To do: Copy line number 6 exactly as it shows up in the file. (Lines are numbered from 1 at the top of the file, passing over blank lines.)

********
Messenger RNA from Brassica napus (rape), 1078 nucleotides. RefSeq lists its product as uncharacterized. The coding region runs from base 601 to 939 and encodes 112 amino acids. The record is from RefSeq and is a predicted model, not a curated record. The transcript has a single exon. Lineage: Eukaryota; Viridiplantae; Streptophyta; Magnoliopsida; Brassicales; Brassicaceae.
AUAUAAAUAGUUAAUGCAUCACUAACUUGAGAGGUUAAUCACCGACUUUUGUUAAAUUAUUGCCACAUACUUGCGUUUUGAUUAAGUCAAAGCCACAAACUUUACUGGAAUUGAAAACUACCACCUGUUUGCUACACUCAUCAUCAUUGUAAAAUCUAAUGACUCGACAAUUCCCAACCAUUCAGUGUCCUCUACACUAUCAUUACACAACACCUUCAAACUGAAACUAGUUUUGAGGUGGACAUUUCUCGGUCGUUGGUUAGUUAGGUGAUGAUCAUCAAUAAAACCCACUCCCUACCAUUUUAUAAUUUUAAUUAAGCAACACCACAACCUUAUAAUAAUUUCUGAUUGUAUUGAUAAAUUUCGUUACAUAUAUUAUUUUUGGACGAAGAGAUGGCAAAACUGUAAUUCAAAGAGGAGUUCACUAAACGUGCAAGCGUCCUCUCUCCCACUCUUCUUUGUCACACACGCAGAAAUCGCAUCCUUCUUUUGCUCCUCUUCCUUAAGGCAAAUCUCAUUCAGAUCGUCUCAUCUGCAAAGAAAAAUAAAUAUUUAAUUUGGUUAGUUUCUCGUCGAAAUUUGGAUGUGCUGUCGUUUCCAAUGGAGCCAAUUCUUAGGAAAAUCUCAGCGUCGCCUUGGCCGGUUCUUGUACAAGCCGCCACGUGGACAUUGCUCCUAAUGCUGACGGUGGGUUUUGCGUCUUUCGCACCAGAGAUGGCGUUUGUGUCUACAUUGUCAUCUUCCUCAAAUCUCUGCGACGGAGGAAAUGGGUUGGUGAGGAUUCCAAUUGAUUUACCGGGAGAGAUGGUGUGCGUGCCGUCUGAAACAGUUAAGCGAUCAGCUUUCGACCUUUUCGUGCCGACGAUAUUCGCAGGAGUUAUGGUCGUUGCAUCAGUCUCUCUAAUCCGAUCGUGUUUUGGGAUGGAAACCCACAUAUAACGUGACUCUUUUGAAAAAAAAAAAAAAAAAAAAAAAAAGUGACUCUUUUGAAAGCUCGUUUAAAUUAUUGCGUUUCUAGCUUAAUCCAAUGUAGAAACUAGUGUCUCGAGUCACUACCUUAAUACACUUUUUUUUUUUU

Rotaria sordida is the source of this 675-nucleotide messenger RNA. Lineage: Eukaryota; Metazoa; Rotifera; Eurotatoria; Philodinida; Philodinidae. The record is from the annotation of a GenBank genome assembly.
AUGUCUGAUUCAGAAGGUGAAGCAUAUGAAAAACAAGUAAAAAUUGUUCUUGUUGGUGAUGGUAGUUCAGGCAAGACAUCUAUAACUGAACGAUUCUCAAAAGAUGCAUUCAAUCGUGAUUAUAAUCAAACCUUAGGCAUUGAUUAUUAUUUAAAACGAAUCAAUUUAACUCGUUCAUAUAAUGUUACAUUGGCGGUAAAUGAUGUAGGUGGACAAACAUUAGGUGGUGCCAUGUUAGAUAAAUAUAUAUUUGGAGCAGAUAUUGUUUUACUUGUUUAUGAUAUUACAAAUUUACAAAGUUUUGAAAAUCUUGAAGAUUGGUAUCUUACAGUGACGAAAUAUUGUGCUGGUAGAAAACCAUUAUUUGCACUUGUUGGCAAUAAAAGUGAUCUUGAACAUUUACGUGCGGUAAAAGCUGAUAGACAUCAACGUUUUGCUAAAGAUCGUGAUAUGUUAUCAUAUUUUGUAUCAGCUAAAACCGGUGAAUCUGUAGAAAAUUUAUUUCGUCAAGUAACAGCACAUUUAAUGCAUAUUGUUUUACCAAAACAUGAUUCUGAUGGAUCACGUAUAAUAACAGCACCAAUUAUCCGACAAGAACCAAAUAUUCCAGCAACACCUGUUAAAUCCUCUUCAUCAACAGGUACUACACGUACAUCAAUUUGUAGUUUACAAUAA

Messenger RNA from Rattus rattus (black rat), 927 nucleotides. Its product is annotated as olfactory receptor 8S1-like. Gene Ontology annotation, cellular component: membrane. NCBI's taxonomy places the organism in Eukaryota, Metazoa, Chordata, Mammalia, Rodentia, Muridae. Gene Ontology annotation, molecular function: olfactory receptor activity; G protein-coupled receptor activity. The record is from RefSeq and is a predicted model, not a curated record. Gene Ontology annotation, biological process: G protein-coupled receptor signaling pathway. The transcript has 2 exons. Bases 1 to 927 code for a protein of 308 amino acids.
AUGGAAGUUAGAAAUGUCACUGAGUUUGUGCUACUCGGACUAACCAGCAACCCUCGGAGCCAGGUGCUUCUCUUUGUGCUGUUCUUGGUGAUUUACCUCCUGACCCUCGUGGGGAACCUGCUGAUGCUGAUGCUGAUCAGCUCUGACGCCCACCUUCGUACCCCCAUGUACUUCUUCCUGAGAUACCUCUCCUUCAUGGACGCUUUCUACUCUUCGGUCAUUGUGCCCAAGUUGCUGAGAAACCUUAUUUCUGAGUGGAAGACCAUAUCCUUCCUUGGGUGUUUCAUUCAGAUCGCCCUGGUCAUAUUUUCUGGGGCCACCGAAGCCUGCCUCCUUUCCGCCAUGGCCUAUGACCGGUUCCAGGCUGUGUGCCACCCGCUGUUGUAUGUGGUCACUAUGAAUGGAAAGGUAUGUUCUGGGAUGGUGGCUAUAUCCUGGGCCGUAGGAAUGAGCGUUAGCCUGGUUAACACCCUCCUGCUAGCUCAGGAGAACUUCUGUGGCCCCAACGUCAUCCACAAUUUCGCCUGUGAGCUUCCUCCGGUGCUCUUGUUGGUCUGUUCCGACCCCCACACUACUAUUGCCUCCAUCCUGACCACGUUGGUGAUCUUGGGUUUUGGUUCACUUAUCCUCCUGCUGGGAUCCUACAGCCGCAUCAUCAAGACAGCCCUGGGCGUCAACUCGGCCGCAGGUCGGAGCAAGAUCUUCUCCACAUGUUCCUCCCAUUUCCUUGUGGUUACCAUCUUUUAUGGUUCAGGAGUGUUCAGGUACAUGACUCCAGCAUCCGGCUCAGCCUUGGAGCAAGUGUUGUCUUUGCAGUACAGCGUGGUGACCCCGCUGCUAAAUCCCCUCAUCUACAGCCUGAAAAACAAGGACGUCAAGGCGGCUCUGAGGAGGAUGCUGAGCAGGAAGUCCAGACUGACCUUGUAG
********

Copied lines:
AUGGAAGUUAGAAAUGUCACUGAGUUUGUGCUACUCGGACUAACCAGCAACCCUCGGAGCCAGGUGCUUCUCUUUGUGCUGUUCUUGGUGAUUUACCUCCUGACCCUCGUGGGGAACCUGCUGAUGCUGAUGCUGAUCAGCUCUGACGCCCACCUUCGUACCCCCAUGUACUUCUUCCUGAGAUACCUCUCCUUCAUGGACGCUUUCUACUCUUCGGUCAUUGUGCCCAAGUUGCUGAGAAACCUUAUUUCUGAGUGGAAGACCAUAUCCUUCCUUGGGUGUUUCAUUCAGAUCGCCCUGGUCAUAUUUUCUGGGGCCACCGAAGCCUGCCUCCUUUCCGCCAUGGCCUAUGACCGGUUCCAGGCUGUGUGCCACCCGCUGUUGUAUGUGGUCACUAUGAAUGGAAAGGUAUGUUCUGGGAUGGUGGCUAUAUCCUGGGCCGUAGGAAUGAGCGUUAGCCUGGUUAACACCCUCCUGCUAGCUCAGGAGAACUUCUGUGGCCCCAACGUCAUCCACAAUUUCGCCUGUGAGCUUCCUCCGGUGCUCUUGUUGGUCUGUUCCGACCCCCACACUACUAUUGCCUCCAUCCUGACCACGUUGGUGAUCUUGGGUUUUGGUUCACUUAUCCUCCUGCUGGGAUCCUACAGCCGCAUCAUCAAGACAGCCCUGGGCGUCAACUCGGCCGCAGGUCGGAGCAAGAUCUUCUCCACAUGUUCCUCCCAUUUCCUUGUGGUUACCAUCUUUUAUGGUUCAGGAGUGUUCAGGUACAUGACUCCAGCAUCCGGCUCAGCCUUGGAGCAAGUGUUGUCUUUGCAGUACAGCGUGGUGACCCCGCUGCUAAAUCCCCUCAUCUACAGCCUGAAAAACAAGGACGUCAAGGCGGCUCUGAGGAGGAUGCUGAGCAGGAAGUCCAGACUGACCUUGUAG